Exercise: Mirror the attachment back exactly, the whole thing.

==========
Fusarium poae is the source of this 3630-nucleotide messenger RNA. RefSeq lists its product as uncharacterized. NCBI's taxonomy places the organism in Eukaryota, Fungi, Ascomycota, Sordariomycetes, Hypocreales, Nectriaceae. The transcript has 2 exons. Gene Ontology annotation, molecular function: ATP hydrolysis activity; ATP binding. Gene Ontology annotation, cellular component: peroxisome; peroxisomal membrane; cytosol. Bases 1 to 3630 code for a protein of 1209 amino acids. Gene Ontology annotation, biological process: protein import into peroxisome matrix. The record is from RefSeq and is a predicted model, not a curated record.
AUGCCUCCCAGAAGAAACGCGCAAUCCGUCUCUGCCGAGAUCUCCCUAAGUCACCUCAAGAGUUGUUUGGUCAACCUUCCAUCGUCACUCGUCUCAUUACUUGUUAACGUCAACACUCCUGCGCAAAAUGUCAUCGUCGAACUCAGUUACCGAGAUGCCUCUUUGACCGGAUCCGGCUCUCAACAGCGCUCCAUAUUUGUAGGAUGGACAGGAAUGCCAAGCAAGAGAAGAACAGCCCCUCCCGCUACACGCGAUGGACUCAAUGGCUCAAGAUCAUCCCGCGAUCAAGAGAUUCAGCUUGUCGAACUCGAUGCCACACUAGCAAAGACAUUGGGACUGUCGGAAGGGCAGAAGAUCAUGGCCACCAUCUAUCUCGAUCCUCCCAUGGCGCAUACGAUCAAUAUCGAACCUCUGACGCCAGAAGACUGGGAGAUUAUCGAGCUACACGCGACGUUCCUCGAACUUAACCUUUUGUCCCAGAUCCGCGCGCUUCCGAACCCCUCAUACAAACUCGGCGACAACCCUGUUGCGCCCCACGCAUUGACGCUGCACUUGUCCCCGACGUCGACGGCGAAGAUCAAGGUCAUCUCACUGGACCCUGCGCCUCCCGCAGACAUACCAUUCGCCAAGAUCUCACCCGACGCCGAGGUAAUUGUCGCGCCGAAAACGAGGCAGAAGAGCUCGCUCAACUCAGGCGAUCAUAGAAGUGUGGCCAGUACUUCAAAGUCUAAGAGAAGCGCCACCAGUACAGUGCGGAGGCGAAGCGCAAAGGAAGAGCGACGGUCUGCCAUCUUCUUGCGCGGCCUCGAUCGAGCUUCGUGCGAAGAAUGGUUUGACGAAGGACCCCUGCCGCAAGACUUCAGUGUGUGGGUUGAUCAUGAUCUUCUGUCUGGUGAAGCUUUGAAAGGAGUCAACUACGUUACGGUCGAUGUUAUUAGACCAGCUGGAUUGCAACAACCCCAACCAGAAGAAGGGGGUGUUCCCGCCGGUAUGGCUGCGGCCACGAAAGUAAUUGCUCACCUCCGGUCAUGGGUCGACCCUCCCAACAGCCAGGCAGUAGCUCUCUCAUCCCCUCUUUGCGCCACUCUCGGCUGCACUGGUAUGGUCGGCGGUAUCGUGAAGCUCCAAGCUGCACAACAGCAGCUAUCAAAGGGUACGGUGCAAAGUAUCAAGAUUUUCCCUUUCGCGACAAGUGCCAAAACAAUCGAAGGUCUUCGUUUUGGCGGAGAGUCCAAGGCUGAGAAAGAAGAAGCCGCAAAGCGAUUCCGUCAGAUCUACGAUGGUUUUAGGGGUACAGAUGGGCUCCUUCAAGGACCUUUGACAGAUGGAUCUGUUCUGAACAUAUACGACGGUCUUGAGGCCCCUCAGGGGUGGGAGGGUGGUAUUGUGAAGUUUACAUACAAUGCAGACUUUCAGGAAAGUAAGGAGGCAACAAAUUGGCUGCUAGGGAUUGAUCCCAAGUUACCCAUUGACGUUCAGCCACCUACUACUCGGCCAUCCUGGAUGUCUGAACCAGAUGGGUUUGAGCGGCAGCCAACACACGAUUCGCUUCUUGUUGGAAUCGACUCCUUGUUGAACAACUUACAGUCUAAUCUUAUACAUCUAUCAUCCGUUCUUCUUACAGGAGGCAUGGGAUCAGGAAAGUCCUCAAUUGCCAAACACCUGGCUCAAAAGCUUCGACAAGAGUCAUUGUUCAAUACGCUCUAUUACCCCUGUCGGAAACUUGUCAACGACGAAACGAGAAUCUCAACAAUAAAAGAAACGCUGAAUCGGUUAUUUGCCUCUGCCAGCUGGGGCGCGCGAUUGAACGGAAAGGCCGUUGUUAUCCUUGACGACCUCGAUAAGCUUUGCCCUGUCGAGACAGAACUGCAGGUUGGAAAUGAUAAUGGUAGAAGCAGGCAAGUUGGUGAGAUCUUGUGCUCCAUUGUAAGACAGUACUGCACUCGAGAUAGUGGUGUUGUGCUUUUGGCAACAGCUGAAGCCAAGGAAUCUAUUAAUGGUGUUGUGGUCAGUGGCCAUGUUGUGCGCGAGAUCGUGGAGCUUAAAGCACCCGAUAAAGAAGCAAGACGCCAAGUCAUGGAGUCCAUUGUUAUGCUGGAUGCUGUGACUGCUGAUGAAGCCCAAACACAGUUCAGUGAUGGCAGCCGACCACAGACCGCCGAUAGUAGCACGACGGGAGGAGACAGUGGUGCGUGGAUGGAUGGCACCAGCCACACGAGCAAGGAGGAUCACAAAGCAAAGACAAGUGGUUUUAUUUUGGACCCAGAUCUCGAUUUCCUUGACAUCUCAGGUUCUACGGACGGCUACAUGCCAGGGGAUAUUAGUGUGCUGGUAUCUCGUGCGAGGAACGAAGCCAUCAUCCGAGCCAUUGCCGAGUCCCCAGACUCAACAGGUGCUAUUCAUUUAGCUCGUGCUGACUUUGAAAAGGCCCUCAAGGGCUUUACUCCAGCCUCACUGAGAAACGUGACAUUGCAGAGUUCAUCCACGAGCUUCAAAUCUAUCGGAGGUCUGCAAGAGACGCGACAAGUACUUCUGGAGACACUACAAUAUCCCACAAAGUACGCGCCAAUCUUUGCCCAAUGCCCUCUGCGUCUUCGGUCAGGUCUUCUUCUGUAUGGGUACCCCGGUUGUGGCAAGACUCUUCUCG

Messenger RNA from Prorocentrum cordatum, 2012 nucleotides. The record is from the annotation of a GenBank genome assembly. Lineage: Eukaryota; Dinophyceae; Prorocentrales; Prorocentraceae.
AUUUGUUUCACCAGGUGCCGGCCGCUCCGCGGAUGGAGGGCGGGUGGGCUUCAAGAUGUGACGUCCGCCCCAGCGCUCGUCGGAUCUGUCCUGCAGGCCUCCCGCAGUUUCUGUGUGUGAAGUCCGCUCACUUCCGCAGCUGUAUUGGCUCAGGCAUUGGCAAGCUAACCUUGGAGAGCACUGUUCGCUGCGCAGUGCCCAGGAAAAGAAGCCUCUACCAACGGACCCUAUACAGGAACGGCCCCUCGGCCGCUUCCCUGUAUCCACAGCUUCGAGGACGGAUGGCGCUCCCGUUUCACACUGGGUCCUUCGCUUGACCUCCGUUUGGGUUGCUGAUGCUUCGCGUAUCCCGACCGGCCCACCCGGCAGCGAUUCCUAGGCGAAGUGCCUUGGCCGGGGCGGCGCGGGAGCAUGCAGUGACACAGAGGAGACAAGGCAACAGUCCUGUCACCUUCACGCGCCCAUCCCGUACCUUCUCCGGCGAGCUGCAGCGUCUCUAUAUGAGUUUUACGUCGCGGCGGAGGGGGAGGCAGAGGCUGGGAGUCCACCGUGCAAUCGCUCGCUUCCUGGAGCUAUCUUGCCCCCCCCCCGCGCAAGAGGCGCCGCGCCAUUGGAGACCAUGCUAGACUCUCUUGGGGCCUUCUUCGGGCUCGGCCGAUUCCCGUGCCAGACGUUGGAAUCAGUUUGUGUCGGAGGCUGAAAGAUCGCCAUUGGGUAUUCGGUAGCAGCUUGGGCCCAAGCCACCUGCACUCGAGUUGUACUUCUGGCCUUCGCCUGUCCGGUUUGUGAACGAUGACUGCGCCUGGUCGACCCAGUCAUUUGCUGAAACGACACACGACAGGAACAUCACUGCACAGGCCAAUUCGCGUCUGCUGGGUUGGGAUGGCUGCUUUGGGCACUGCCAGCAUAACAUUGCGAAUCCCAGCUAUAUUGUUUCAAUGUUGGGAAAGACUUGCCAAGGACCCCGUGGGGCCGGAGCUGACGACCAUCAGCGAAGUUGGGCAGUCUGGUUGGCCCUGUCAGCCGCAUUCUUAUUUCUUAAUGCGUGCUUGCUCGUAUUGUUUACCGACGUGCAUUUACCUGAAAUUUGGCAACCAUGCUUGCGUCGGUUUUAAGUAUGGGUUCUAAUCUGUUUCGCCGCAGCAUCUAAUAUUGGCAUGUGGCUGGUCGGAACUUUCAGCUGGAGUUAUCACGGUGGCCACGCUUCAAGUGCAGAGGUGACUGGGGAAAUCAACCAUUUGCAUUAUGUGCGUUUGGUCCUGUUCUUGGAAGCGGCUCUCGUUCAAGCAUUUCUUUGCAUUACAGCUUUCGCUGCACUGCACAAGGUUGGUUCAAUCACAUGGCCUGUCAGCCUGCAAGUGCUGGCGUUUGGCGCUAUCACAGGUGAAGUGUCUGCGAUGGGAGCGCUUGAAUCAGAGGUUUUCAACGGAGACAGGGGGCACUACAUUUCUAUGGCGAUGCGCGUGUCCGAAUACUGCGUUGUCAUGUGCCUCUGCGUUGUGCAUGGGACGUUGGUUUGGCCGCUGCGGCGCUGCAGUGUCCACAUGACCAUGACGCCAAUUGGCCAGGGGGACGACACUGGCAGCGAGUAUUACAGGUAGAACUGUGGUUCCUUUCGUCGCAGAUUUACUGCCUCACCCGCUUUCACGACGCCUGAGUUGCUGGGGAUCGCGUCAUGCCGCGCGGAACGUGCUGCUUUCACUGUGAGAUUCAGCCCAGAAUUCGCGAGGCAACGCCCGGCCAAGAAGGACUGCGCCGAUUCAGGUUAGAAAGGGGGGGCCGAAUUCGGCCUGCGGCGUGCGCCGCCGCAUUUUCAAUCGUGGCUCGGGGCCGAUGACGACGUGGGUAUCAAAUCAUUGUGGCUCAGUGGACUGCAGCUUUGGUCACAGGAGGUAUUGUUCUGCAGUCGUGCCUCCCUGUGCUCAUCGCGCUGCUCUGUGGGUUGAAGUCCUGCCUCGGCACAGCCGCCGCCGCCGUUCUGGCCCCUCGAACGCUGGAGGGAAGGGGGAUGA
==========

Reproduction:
Fusarium poae is the source of this 3630-nucleotide messenger RNA. RefSeq lists its product as uncharacterized. NCBI's taxonomy places the organism in Eukaryota, Fungi, Ascomycota, Sordariomycetes, Hypocreales, Nectriaceae. The transcript has 2 exons. Gene Ontology annotation, molecular function: ATP hydrolysis activity; ATP binding. Gene Ontology annotation, cellular component: peroxisome; peroxisomal membrane; cytosol. Bases 1 to 3630 code for a protein of 1209 amino acids. Gene Ontology annotation, biological process: protein import into peroxisome matrix. The record is from RefSeq and is a predicted model, not a curated record.
AUGCCUCCCAGAAGAAACGCGCAAUCCGUCUCUGCCGAGAUCUCCCUAAGUCACCUCAAGAGUUGUUUGGUCAACCUUCCAUCGUCACUCGUCUCAUUACUUGUUAACGUCAACACUCCUGCGCAAAAUGUCAUCGUCGAACUCAGUUACCGAGAUGCCUCUUUGACCGGAUCCGGCUCUCAACAGCGCUCCAUAUUUGUAGGAUGGACAGGAAUGCCAAGCAAGAGAAGAACAGCCCCUCCCGCUACACGCGAUGGACUCAAUGGCUCAAGAUCAUCCCGCGAUCAAGAGAUUCAGCUUGUCGAACUCGAUGCCACACUAGCAAAGACAUUGGGACUGUCGGAAGGGCAGAAGAUCAUGGCCACCAUCUAUCUCGAUCCUCCCAUGGCGCAUACGAUCAAUAUCGAACCUCUGACGCCAGAAGACUGGGAGAUUAUCGAGCUACACGCGACGUUCCUCGAACUUAACCUUUUGUCCCAGAUCCGCGCGCUUCCGAACCCCUCAUACAAACUCGGCGACAACCCUGUUGCGCCCCACGCAUUGACGCUGCACUUGUCCCCGACGUCGACGGCGAAGAUCAAGGUCAUCUCACUGGACCCUGCGCCUCCCGCAGACAUACCAUUCGCCAAGAUCUCACCCGACGCCGAGGUAAUUGUCGCGCCGAAAACGAGGCAGAAGAGCUCGCUCAACUCAGGCGAUCAUAGAAGUGUGGCCAGUACUUCAAAGUCUAAGAGAAGCGCCACCAGUACAGUGCGGAGGCGAAGCGCAAAGGAAGAGCGACGGUCUGCCAUCUUCUUGCGCGGCCUCGAUCGAGCUUCGUGCGAAGAAUGGUUUGACGAAGGACCCCUGCCGCAAGACUUCAGUGUGUGGGUUGAUCAUGAUCUUCUGUCUGGUGAAGCUUUGAAAGGAGUCAACUACGUUACGGUCGAUGUUAUUAGACCAGCUGGAUUGCAACAACCCCAACCAGAAGAAGGGGGUGUUCCCGCCGGUAUGGCUGCGGCCACGAAAGUAAUUGCUCACCUCCGGUCAUGGGUCGACCCUCCCAACAGCCAGGCAGUAGCUCUCUCAUCCCCUCUUUGCGCCACUCUCGGCUGCACUGGUAUGGUCGGCGGUAUCGUGAAGCUCCAAGCUGCACAACAGCAGCUAUCAAAGGGUACGGUGCAAAGUAUCAAGAUUUUCCCUUUCGCGACAAGUGCCAAAACAAUCGAAGGUCUUCGUUUUGGCGGAGAGUCCAAGGCUGAGAAAGAAGAAGCCGCAAAGCGAUUCCGUCAGAUCUACGAUGGUUUUAGGGGUACAGAUGGGCUCCUUCAAGGACCUUUGACAGAUGGAUCUGUUCUGAACAUAUACGACGGUCUUGAGGCCCCUCAGGGGUGGGAGGGUGGUAUUGUGAAGUUUACAUACAAUGCAGACUUUCAGGAAAGUAAGGAGGCAACAAAUUGGCUGCUAGGGAUUGAUCCCAAGUUACCCAUUGACGUUCAGCCACCUACUACUCGGCCAUCCUGGAUGUCUGAACCAGAUGGGUUUGAGCGGCAGCCAACACACGAUUCGCUUCUUGUUGGAAUCGACUCCUUGUUGAACAACUUACAGUCUAAUCUUAUACAUCUAUCAUCCGUUCUUCUUACAGGAGGCAUGGGAUCAGGAAAGUCCUCAAUUGCCAAACACCUGGCUCAAAAGCUUCGACAAGAGUCAUUGUUCAAUACGCUCUAUUACCCCUGUCGGAAACUUGUCAACGACGAAACGAGAAUCUCAACAAUAAAAGAAACGCUGAAUCGGUUAUUUGCCUCUGCCAGCUGGGGCGCGCGAUUGAACGGAAAGGCCGUUGUUAUCCUUGACGACCUCGAUAAGCUUUGCCCUGUCGAGACAGAACUGCAGGUUGGAAAUGAUAAUGGUAGAAGCAGGCAAGUUGGUGAGAUCUUGUGCUCCAUUGUAAGACAGUACUGCACUCGAGAUAGUGGUGUUGUGCUUUUGGCAACAGCUGAAGCCAAGGAAUCUAUUAAUGGUGUUGUGGUCAGUGGCCAUGUUGUGCGCGAGAUCGUGGAGCUUAAAGCACCCGAUAAAGAAGCAAGACGCCAAGUCAUGGAGUCCAUUGUUAUGCUGGAUGCUGUGACUGCUGAUGAAGCCCAAACACAGUUCAGUGAUGGCAGCCGACCACAGACCGCCGAUAGUAGCACGACGGGAGGAGACAGUGGUGCGUGGAUGGAUGGCACCAGCCACACGAGCAAGGAGGAUCACAAAGCAAAGACAAGUGGUUUUAUUUUGGACCCAGAUCUCGAUUUCCUUGACAUCUCAGGUUCUACGGACGGCUACAUGCCAGGGGAUAUUAGUGUGCUGGUAUCUCGUGCGAGGAACGAAGCCAUCAUCCGAGCCAUUGCCGAGUCCCCAGACUCAACAGGUGCUAUUCAUUUAGCUCGUGCUGACUUUGAAAAGGCCCUCAAGGGCUUUACUCCAGCCUCACUGAGAAACGUGACAUUGCAGAGUUCAUCCACGAGCUUCAAAUCUAUCGGAGGUCUGCAAGAGACGCGACAAGUACUUCUGGAGACACUACAAUAUCCCACAAAGUACGCGCCAAUCUUUGCCCAAUGCCCUCUGCGUCUUCGGUCAGGUCUUCUUCUGUAUGGGUACCCCGGUUGUGGCAAGACUCUUCUCG

Messenger RNA from Prorocentrum cordatum, 2012 nucleotides. The record is from the annotation of a GenBank genome assembly. Lineage: Eukaryota; Dinophyceae; Prorocentrales; Prorocentraceae.
AUUUGUUUCACCAGGUGCCGGCCGCUCCGCGGAUGGAGGGCGGGUGGGCUUCAAGAUGUGACGUCCGCCCCAGCGCUCGUCGGAUCUGUCCUGCAGGCCUCCCGCAGUUUCUGUGUGUGAAGUCCGCUCACUUCCGCAGCUGUAUUGGCUCAGGCAUUGGCAAGCUAACCUUGGAGAGCACUGUUCGCUGCGCAGUGCCCAGGAAAAGAAGCCUCUACCAACGGACCCUAUACAGGAACGGCCCCUCGGCCGCUUCCCUGUAUCCACAGCUUCGAGGACGGAUGGCGCUCCCGUUUCACACUGGGUCCUUCGCUUGACCUCCGUUUGGGUUGCUGAUGCUUCGCGUAUCCCGACCGGCCCACCCGGCAGCGAUUCCUAGGCGAAGUGCCUUGGCCGGGGCGGCGCGGGAGCAUGCAGUGACACAGAGGAGACAAGGCAACAGUCCUGUCACCUUCACGCGCCCAUCCCGUACCUUCUCCGGCGAGCUGCAGCGUCUCUAUAUGAGUUUUACGUCGCGGCGGAGGGGGAGGCAGAGGCUGGGAGUCCACCGUGCAAUCGCUCGCUUCCUGGAGCUAUCUUGCCCCCCCCCCGCGCAAGAGGCGCCGCGCCAUUGGAGACCAUGCUAGACUCUCUUGGGGCCUUCUUCGGGCUCGGCCGAUUCCCGUGCCAGACGUUGGAAUCAGUUUGUGUCGGAGGCUGAAAGAUCGCCAUUGGGUAUUCGGUAGCAGCUUGGGCCCAAGCCACCUGCACUCGAGUUGUACUUCUGGCCUUCGCCUGUCCGGUUUGUGAACGAUGACUGCGCCUGGUCGACCCAGUCAUUUGCUGAAACGACACACGACAGGAACAUCACUGCACAGGCCAAUUCGCGUCUGCUGGGUUGGGAUGGCUGCUUUGGGCACUGCCAGCAUAACAUUGCGAAUCCCAGCUAUAUUGUUUCAAUGUUGGGAAAGACUUGCCAAGGACCCCGUGGGGCCGGAGCUGACGACCAUCAGCGAAGUUGGGCAGUCUGGUUGGCCCUGUCAGCCGCAUUCUUAUUUCUUAAUGCGUGCUUGCUCGUAUUGUUUACCGACGUGCAUUUACCUGAAAUUUGGCAACCAUGCUUGCGUCGGUUUUAAGUAUGGGUUCUAAUCUGUUUCGCCGCAGCAUCUAAUAUUGGCAUGUGGCUGGUCGGAACUUUCAGCUGGAGUUAUCACGGUGGCCACGCUUCAAGUGCAGAGGUGACUGGGGAAAUCAACCAUUUGCAUUAUGUGCGUUUGGUCCUGUUCUUGGAAGCGGCUCUCGUUCAAGCAUUUCUUUGCAUUACAGCUUUCGCUGCACUGCACAAGGUUGGUUCAAUCACAUGGCCUGUCAGCCUGCAAGUGCUGGCGUUUGGCGCUAUCACAGGUGAAGUGUCUGCGAUGGGAGCGCUUGAAUCAGAGGUUUUCAACGGAGACAGGGGGCACUACAUUUCUAUGGCGAUGCGCGUGUCCGAAUACUGCGUUGUCAUGUGCCUCUGCGUUGUGCAUGGGACGUUGGUUUGGCCGCUGCGGCGCUGCAGUGUCCACAUGACCAUGACGCCAAUUGGCCAGGGGGACGACACUGGCAGCGAGUAUUACAGGUAGAACUGUGGUUCCUUUCGUCGCAGAUUUACUGCCUCACCCGCUUUCACGACGCCUGAGUUGCUGGGGAUCGCGUCAUGCCGCGCGGAACGUGCUGCUUUCACUGUGAGAUUCAGCCCAGAAUUCGCGAGGCAACGCCCGGCCAAGAAGGACUGCGCCGAUUCAGGUUAGAAAGGGGGGGCCGAAUUCGGCCUGCGGCGUGCGCCGCCGCAUUUUCAAUCGUGGCUCGGGGCCGAUGACGACGUGGGUAUCAAAUCAUUGUGGCUCAGUGGACUGCAGCUUUGGUCACAGGAGGUAUUGUUCUGCAGUCGUGCCUCCCUGUGCUCAUCGCGCUGCUCUGUGGGUUGAAGUCCUGCCUCGGCACAGCCGCCGCCGCCGUUCUGGCCCCUCGAACGCUGGAGGGAAGGGGGAUGA